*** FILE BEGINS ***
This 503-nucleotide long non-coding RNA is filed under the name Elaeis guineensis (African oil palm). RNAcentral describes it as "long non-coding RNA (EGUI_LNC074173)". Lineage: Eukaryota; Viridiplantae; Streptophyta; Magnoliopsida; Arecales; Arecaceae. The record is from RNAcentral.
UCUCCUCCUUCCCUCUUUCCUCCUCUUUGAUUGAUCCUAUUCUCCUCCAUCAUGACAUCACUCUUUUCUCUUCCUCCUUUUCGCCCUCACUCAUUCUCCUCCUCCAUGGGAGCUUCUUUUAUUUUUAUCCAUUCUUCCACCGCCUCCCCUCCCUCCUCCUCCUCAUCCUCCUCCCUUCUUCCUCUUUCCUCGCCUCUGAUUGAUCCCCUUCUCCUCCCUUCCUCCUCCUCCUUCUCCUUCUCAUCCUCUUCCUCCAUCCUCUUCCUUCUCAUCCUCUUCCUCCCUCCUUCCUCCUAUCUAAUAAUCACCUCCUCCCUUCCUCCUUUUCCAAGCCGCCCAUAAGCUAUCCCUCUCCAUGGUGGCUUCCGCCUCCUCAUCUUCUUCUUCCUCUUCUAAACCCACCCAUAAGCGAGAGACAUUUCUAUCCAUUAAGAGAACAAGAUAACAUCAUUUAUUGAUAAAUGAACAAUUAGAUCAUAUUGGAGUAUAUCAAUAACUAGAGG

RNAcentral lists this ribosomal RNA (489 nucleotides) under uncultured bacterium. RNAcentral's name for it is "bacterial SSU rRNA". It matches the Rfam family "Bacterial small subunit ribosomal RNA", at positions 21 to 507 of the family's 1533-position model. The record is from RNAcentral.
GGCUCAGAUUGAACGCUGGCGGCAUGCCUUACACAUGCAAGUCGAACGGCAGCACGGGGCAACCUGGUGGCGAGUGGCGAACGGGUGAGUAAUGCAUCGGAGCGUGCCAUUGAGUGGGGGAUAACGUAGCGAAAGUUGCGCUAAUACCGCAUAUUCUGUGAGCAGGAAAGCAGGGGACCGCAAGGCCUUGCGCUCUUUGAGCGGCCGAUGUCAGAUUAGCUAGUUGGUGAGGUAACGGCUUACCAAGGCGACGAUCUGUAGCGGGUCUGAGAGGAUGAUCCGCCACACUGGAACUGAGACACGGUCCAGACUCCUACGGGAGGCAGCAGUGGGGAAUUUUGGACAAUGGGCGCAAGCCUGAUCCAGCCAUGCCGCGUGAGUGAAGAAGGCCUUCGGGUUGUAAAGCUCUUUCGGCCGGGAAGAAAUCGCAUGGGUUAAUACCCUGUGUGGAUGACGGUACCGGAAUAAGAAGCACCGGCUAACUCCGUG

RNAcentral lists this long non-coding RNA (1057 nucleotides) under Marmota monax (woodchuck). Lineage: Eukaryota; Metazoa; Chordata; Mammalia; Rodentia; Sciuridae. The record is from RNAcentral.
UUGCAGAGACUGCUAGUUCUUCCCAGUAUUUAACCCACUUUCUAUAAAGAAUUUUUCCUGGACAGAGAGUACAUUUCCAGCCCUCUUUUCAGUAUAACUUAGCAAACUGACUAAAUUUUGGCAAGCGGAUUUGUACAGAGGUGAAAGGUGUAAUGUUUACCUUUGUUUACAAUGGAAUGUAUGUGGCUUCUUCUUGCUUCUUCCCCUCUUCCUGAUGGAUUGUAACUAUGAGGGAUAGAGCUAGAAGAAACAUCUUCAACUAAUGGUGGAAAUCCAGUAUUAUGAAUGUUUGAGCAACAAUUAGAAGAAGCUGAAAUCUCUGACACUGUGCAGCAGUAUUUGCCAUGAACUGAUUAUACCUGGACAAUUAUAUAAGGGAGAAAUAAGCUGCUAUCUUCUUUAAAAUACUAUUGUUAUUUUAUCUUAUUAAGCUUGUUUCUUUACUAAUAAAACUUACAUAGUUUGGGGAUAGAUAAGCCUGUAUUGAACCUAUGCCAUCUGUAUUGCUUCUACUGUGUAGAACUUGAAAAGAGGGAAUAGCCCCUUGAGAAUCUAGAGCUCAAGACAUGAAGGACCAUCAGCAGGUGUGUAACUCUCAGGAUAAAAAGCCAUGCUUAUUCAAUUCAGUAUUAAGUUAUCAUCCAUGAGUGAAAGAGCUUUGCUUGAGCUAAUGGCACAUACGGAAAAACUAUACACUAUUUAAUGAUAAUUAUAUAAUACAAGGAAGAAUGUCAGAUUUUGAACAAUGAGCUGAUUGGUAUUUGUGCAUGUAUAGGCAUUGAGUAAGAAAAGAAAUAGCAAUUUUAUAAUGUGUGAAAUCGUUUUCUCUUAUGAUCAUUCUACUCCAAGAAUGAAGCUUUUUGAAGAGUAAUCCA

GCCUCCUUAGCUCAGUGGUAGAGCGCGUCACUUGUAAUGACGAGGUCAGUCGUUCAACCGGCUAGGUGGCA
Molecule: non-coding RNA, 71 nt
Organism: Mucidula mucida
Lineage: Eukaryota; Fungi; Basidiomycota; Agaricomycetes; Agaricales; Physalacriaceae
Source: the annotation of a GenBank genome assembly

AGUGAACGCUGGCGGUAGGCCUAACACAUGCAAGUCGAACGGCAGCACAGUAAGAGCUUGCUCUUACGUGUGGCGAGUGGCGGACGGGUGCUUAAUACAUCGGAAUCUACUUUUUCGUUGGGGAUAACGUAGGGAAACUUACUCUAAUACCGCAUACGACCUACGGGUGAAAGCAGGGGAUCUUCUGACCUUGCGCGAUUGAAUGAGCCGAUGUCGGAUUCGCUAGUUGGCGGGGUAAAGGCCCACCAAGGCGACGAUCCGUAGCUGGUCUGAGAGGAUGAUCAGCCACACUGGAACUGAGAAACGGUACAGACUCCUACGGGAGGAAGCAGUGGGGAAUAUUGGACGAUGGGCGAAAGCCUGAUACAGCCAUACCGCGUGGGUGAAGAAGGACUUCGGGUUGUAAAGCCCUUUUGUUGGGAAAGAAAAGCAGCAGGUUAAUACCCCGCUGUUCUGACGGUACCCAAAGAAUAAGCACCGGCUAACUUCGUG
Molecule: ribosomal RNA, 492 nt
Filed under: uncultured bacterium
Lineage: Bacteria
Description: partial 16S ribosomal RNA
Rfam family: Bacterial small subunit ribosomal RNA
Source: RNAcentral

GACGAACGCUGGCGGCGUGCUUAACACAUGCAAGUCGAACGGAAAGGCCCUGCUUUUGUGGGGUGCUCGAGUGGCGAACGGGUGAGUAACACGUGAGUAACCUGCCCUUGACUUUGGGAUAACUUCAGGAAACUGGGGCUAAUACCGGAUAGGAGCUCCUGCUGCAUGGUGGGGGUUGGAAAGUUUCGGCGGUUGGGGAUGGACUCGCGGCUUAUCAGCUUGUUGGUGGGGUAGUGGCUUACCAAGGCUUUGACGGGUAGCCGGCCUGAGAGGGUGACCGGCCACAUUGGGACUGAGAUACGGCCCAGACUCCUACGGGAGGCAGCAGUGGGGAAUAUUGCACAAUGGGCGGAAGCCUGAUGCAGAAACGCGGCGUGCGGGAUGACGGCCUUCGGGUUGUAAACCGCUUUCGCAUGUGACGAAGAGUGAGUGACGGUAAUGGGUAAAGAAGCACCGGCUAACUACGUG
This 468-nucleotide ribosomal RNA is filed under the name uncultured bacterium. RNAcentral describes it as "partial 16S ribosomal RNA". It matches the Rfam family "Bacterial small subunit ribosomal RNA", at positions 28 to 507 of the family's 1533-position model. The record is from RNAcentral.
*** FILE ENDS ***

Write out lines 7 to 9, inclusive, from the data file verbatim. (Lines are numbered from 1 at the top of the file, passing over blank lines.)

GCCUCCUUAGCUCAGUGGUAGAGCGCGUCACUUGUAAUGACGAGGUCAGUCGUUCAACCGGCUAGGUGGCA
Molecule: non-coding RNA, 71 nt
Organism: Mucidula mucida